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Postby Geek » Thu Jun 29, 2006 1:05 pm

Fade2White12 wrote:How did I concede your point? We are talking about whether a lack of batting average is more detrimental than a lack in any other category, not whether I would draft or play them.

I would never draft or play a guy who bats below .200 because players who bat that low usually do not put up numbers elsewhere. A low batting average directly effects a player's total performance, while not stealing bases does not.

The point is that the lack of steals or a lack of average is directly proportional to the league. A low league BA makes a low BA player more valuable. A high steals league makes lack of steals more detrimental.


If you're playing a standard, 12 team 5X5 roto mixed league, there isn't any such thing as a high steals or low average league. 99% of the players in those kinds of league are the same from league to league.
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Postby Fade2White12 » Thu Jun 29, 2006 1:13 pm

Of course they have most of the same players, I'm talking about average on teams.

If one team has all the high average hitters, the rest of the league's BA average is much lower. If all the best hitters are spread out, BA is higher for all teams and distance between BA differences in the 1st place vs. the last place team is much closer, making Dunn's average more damaging. The same with SBs...
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Postby cordscords » Thu Jun 29, 2006 1:30 pm

The only problem with combining the likes of an Ichiro/Dunn to give you the good average, is the risk of injury and a player busting.

Lets just say you draft Hideki Matsui and Adam Dunn. Matsui goes down and your screwed.

You draft Aramis Ramirez and Dunn, A-Ram busts and your screwed.

"But cordscords, Matsui and A-Ram were projected to just hit right around .300, not a billion points over like Ichiro like is hitting."

I myself did project Ichiro to hit around .335 this year, but last year he "just" hit .303, by far the worst AVG he has hit for in his career. Baseball is a crazy game, maybe Ichiro for the rest of his career would be a guy who just barely hits .300

Since BA is the category that fluctuates the most, lets just say for fun Ichiro matches his stats from last year, and Dunn keeps his current pace up.

'05 Ichiro- 206/679
'06 Dunn (projected)- 125/558

Combined BA- 331/1237= .267

That is why I generally try to avoid average killers. While I do myself own several average killers in many leagues (thanks a ton Pierre, A-Ram, Giles!!!!) it obviously wasnt intentional. That's just more proof that BA does fluctuate and can plummet. So by the same token Dunn could very well be hitting .275 right now. Even knowing that BA can really mess with a fantasy owners head, if you stack up on enough good BA guys who have a long history of posting a good AVG, you can eliminate some of that risk. But by doing that along with drafting Dunn, you may be offsetting other categories while attempting to offset the risk. That's why you should always just draft for balance, and avoid Dunn in the first place ;-)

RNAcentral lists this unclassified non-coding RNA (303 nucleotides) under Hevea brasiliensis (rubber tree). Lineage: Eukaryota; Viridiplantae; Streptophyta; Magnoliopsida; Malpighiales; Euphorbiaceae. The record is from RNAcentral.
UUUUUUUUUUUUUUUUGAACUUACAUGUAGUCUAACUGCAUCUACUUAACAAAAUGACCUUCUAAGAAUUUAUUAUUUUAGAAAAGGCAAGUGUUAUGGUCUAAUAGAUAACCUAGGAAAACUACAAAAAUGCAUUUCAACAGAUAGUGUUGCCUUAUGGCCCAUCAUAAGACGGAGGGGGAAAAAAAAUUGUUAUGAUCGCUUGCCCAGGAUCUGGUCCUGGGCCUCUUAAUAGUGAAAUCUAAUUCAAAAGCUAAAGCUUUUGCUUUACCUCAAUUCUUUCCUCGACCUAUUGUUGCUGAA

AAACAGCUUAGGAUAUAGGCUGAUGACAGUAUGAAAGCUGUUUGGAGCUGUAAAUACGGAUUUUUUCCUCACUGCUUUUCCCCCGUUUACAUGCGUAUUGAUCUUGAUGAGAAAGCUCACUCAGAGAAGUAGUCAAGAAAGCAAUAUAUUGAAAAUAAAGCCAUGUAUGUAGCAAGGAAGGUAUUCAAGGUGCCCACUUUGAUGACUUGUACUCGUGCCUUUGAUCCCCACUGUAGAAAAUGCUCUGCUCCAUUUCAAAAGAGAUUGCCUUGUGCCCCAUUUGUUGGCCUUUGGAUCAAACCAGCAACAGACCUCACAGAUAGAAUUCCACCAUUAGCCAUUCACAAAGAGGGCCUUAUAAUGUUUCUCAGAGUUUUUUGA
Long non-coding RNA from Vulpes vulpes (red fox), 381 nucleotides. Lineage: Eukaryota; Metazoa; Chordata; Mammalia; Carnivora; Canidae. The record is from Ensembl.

Last edited by cordscords on Thu Jun 29, 2006 2:52 pm, edited 1 time in total.
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Postby Fade2White12 » Thu Jun 29, 2006 1:56 pm

And by the same token, SB players can get hurt as well or fail to get steals. Same with any other stat, or they can hit over their heads.
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Postby The Loveable Losers » Thu Jun 29, 2006 2:27 pm

cordscords wrote:The only problem with combining the likes of an Ichiro/Dunn to give you the good average, is the risk of injury and a player busting.

Lets just say you draft Hideki Matsui and Adam Dunn. Matsui goes down and your screwed.

You draft Aramis Ramirez and Ichiro, A-Ram busts and your screwed.

"But cordscords, Matsui and A-Ram were projected to just hit right around .300, not a billion points over like Ichiro like is hitting."

I myself did project Ichiro to hit around .335 this year, but last year he "just" hit .303, by far the worst AVG he has hit for in his career. Baseball is a crazy game, maybe Ichiro for the rest of his career would be a guy who just barely hits .300

Since BA is the category that fluctuates the most, lets just say for fun Ichiro matches his stats from last year, and Dunn keeps his current pace up.

'05 Ichiro- 206/679
'06 Dunn (projected)- 125/558

Combined BA- 331/1237= .267